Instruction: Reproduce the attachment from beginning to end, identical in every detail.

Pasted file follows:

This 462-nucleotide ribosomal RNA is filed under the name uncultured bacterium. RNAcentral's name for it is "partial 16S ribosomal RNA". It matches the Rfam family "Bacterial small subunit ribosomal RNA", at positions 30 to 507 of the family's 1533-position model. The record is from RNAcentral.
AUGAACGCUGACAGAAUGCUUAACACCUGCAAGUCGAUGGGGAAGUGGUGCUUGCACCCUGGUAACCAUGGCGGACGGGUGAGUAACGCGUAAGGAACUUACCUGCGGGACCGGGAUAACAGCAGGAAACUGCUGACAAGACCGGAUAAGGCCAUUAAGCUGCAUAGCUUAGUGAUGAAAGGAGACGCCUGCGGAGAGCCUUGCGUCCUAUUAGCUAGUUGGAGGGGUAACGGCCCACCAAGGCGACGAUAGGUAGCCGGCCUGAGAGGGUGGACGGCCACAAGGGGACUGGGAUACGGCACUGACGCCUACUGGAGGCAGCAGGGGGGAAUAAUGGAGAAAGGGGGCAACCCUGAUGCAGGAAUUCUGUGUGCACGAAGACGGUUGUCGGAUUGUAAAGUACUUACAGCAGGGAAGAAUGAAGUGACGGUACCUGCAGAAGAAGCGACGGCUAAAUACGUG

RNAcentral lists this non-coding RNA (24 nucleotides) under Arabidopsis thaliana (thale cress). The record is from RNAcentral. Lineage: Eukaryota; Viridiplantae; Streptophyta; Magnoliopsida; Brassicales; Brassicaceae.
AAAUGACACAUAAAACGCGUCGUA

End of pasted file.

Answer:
This 462-nucleotide ribosomal RNA is filed under the name uncultured bacterium. RNAcentral's name for it is "partial 16S ribosomal RNA". It matches the Rfam family "Bacterial small subunit ribosomal RNA", at positions 30 to 507 of the family's 1533-position model. The record is from RNAcentral.
AUGAACGCUGACAGAAUGCUUAACACCUGCAAGUCGAUGGGGAAGUGGUGCUUGCACCCUGGUAACCAUGGCGGACGGGUGAGUAACGCGUAAGGAACUUACCUGCGGGACCGGGAUAACAGCAGGAAACUGCUGACAAGACCGGAUAAGGCCAUUAAGCUGCAUAGCUUAGUGAUGAAAGGAGACGCCUGCGGAGAGCCUUGCGUCCUAUUAGCUAGUUGGAGGGGUAACGGCCCACCAAGGCGACGAUAGGUAGCCGGCCUGAGAGGGUGGACGGCCACAAGGGGACUGGGAUACGGCACUGACGCCUACUGGAGGCAGCAGGGGGGAAUAAUGGAGAAAGGGGGCAACCCUGAUGCAGGAAUUCUGUGUGCACGAAGACGGUUGUCGGAUUGUAAAGUACUUACAGCAGGGAAGAAUGAAGUGACGGUACCUGCAGAAGAAGCGACGGCUAAAUACGUG

RNAcentral lists this non-coding RNA (24 nucleotides) under Arabidopsis thaliana (thale cress). The record is from RNAcentral. Lineage: Eukaryota; Viridiplantae; Streptophyta; Magnoliopsida; Brassicales; Brassicaceae.
AAAUGACACAUAAAACGCGUCGUA